27. ^ Wei, JL (Jun 2011). "Weight gain after tonsillectomy: myth or reality? Interpreting research responsibly.". Otolaryngology--head and neck surgery : official journal of American Academy of Otolaryngology-Head and Neck Surgery 144 (6): 855–7. doi:10.1177/0194599811406674. PMID 21515804. 
  28. ^ Lee KL, p. 544.
  29. ^ Bhattacharyya N, Lin HW (November 2010). "Changes and consistencies in the epidemiology of pediatric adenotonsillar surgery". Otolaryngology-Head and Neck Surgery 43 (5): 680–4. doi:10.1016/j.otohns.2010.06.918. PMID 20974339. 

References[edit]

  • Kramer SP, Pasha R. (2005). Otolaryngology: Head and Neck Surgery--A Clinical & Reference Guide, Second Edition. Plural Publishing. ISBN 1-59756-023-5. 
  • Lee KL. (2008). Essential Otolaryngology: Head and Neck Surgery, Ninth Edition. McGraw-Hill Professional. ISBN 0-07-148270-9. 
  • Montgomery WR. (1996). Surgery of the Upper Respiratory System. Baltimore: Williams & Wilkins. ISBN 0-683-06121-6. 
  • Nsow JB., Wackym PA. (2009). Ballenger's Otorhinolaryngology Head and Neck Surgery, 17th edition (Otorhinolaryngology: Head and Neck Surgery (Ballenger)). pmph usa. ISBN 1-55009-337-1.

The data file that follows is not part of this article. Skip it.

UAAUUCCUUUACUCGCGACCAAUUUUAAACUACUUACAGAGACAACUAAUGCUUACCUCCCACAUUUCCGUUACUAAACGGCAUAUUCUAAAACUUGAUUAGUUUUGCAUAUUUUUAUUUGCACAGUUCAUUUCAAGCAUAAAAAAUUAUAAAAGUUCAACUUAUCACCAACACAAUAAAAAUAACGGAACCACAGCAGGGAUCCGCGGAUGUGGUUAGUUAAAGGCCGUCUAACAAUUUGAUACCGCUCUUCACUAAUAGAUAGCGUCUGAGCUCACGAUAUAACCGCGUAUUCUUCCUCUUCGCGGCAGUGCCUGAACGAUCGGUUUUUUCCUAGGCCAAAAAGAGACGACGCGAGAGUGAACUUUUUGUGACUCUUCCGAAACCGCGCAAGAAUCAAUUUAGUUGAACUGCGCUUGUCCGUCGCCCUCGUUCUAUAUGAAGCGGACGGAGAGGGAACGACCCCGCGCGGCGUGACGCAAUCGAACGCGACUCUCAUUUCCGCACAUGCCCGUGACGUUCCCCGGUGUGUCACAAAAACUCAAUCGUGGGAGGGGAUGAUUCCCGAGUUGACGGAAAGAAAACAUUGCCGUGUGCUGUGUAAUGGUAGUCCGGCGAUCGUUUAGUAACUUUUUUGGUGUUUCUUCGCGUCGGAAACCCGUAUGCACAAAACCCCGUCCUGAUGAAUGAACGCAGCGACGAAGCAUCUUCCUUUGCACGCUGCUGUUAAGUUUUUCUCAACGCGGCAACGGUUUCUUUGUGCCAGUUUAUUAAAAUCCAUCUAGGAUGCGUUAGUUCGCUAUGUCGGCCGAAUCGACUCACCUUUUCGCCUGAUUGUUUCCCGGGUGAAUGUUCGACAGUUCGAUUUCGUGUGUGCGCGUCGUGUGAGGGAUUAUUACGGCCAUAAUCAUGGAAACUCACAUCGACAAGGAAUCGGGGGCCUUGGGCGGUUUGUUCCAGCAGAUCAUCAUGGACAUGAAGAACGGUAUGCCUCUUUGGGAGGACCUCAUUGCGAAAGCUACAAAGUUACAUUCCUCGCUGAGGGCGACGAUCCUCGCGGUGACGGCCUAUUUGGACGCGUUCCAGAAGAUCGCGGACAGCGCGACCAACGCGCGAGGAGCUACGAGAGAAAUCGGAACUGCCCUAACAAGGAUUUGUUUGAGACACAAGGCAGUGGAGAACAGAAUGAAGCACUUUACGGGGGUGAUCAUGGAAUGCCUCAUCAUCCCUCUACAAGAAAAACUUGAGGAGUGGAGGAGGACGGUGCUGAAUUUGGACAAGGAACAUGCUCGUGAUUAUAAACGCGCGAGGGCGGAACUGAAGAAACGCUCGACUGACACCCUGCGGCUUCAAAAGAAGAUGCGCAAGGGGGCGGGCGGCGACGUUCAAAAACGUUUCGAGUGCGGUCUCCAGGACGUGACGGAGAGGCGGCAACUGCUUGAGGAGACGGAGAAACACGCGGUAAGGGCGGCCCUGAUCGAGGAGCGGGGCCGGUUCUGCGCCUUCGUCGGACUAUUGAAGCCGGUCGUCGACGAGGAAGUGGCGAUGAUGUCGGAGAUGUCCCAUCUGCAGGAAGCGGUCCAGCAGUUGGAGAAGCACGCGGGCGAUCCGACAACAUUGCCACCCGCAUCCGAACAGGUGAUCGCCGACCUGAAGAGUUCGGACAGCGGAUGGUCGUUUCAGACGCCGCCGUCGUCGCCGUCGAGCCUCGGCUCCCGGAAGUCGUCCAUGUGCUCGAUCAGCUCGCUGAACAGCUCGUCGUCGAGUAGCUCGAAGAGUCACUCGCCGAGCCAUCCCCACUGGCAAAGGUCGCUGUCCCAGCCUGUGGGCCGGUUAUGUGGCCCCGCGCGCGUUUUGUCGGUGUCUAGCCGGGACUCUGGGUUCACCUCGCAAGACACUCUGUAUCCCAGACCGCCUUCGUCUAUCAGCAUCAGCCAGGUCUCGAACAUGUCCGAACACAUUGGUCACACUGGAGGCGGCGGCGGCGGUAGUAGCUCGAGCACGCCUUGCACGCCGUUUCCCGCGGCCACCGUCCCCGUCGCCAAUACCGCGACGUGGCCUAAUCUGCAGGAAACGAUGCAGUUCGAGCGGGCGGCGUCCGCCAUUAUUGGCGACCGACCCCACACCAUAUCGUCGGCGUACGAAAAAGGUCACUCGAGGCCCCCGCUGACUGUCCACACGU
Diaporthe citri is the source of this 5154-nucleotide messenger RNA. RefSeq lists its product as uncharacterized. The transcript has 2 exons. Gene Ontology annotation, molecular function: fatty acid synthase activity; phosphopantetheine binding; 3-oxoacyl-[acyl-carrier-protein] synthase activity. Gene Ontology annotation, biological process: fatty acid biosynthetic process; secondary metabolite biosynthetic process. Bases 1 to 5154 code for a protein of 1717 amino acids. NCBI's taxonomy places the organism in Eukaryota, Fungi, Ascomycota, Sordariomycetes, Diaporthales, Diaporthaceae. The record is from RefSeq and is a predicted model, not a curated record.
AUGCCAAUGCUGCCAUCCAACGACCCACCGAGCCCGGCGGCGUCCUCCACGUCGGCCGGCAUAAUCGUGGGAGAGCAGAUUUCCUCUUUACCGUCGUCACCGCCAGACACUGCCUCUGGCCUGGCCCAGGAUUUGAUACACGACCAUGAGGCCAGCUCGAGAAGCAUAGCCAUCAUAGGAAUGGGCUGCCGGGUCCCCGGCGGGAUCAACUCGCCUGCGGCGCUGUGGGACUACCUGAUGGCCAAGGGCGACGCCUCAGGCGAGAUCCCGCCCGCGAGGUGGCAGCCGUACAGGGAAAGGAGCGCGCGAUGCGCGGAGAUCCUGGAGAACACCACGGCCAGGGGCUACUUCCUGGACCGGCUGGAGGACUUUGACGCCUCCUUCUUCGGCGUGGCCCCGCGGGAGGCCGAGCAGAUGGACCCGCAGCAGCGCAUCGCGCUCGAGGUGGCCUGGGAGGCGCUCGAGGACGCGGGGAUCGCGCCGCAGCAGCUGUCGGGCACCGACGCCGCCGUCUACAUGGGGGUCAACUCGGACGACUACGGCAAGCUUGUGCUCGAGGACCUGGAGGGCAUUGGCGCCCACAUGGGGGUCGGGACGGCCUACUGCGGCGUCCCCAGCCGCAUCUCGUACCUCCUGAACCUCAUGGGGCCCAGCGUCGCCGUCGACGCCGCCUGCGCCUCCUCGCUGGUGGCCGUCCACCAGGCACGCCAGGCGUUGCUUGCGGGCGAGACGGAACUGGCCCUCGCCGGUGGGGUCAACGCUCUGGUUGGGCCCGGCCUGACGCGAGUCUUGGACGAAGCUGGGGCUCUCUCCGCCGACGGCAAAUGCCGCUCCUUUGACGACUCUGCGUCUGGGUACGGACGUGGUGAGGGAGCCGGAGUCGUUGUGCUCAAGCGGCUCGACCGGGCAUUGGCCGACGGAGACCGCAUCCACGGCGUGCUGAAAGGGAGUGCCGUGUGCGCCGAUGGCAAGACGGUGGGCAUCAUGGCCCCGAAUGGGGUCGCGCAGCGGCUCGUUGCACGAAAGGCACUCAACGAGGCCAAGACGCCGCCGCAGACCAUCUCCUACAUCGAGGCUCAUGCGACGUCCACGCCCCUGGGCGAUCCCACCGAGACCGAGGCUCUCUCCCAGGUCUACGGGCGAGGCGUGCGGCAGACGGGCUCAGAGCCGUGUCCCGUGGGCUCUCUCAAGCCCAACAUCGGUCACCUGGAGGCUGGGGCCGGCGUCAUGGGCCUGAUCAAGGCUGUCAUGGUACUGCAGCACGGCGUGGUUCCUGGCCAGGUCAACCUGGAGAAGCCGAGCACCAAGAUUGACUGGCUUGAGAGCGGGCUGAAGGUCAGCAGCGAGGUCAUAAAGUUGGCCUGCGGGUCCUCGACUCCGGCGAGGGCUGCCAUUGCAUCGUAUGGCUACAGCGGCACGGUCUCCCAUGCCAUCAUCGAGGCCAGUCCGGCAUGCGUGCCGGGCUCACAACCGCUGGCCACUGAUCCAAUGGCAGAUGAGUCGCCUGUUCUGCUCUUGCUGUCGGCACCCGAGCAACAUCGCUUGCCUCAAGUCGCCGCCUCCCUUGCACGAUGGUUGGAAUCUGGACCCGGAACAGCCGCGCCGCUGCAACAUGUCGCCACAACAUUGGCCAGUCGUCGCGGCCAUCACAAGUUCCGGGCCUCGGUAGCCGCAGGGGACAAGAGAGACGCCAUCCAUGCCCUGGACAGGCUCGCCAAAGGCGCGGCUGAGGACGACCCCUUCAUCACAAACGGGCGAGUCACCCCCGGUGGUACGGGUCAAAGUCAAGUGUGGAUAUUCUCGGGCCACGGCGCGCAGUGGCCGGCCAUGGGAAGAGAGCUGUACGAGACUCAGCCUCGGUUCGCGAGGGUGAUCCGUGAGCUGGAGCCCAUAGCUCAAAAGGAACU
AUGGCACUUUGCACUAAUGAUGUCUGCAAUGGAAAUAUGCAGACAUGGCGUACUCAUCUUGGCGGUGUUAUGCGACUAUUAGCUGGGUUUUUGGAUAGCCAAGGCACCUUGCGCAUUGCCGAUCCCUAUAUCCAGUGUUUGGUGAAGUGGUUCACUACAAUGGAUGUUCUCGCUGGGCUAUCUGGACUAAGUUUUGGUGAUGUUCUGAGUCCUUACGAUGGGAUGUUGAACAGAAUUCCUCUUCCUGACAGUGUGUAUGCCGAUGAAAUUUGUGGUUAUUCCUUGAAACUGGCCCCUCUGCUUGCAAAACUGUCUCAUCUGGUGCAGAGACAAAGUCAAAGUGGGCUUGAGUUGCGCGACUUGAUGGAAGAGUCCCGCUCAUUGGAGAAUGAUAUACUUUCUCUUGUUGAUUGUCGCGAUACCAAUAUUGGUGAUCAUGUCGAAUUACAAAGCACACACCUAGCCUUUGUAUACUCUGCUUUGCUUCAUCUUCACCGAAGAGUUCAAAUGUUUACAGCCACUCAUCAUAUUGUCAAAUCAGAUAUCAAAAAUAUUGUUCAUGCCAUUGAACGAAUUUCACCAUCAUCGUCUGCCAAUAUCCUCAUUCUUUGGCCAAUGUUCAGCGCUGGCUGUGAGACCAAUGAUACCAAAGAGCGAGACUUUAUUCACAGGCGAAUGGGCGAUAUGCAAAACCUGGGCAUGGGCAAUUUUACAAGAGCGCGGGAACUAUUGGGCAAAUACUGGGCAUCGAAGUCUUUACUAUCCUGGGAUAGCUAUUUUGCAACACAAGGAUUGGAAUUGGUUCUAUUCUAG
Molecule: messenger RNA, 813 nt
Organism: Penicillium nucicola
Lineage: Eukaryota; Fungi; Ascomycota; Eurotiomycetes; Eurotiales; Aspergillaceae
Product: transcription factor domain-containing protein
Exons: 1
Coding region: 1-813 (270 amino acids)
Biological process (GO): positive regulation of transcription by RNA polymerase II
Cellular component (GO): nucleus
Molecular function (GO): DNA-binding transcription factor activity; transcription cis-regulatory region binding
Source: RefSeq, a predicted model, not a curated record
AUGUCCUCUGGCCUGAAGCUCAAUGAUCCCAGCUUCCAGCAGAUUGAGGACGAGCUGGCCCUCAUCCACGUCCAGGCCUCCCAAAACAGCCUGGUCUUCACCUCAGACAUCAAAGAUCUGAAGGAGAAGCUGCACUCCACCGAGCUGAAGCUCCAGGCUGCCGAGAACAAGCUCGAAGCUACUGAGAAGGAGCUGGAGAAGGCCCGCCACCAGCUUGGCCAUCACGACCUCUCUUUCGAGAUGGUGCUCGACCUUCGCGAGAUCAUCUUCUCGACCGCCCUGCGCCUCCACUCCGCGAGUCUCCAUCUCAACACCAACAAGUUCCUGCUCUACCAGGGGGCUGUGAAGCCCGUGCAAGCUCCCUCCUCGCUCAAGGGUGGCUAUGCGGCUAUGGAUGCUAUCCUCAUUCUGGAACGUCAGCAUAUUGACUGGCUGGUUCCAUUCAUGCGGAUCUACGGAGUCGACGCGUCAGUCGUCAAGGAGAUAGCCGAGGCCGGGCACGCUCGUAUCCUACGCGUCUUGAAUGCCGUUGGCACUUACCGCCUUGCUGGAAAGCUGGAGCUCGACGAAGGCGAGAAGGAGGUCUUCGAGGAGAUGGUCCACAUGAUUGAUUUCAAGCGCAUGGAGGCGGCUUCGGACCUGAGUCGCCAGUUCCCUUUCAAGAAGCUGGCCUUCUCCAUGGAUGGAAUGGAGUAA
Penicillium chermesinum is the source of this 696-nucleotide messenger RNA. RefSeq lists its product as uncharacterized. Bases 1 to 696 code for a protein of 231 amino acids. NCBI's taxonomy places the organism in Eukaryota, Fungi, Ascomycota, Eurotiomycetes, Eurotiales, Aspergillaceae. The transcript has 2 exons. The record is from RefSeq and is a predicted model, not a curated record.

• "Clinical UM Guideline CG-SURG-30: Tonsillectomy for Children". 

External links[edit]


Original courtesy of Wikipedia: http://en.wikipedia.org/wiki/Tonsillectomy — Please support Wikipedia.
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Standard-Examiner
Tue, 28 Oct 2014 18:52:30 -0700

The third video, Tonsillectomy Explained answers viewer questions. Because of the huge number of hits he was getting, he decided to upload another surgical procedure entitled, Broken Nose Straightening, which shows the process of setting the nose while ...

Philly.com

Philly.com
Fri, 17 Oct 2014 07:26:15 -0700

FRIDAY, Oct. 17, 2014 (HealthDay News) -- Black and Hispanic children, and those from poor families, are at increased risk for complications after tonsil removal surgery, a new study finds. Researchers analyzed data from nearly 80,000 children who ...

University Herald

University Herald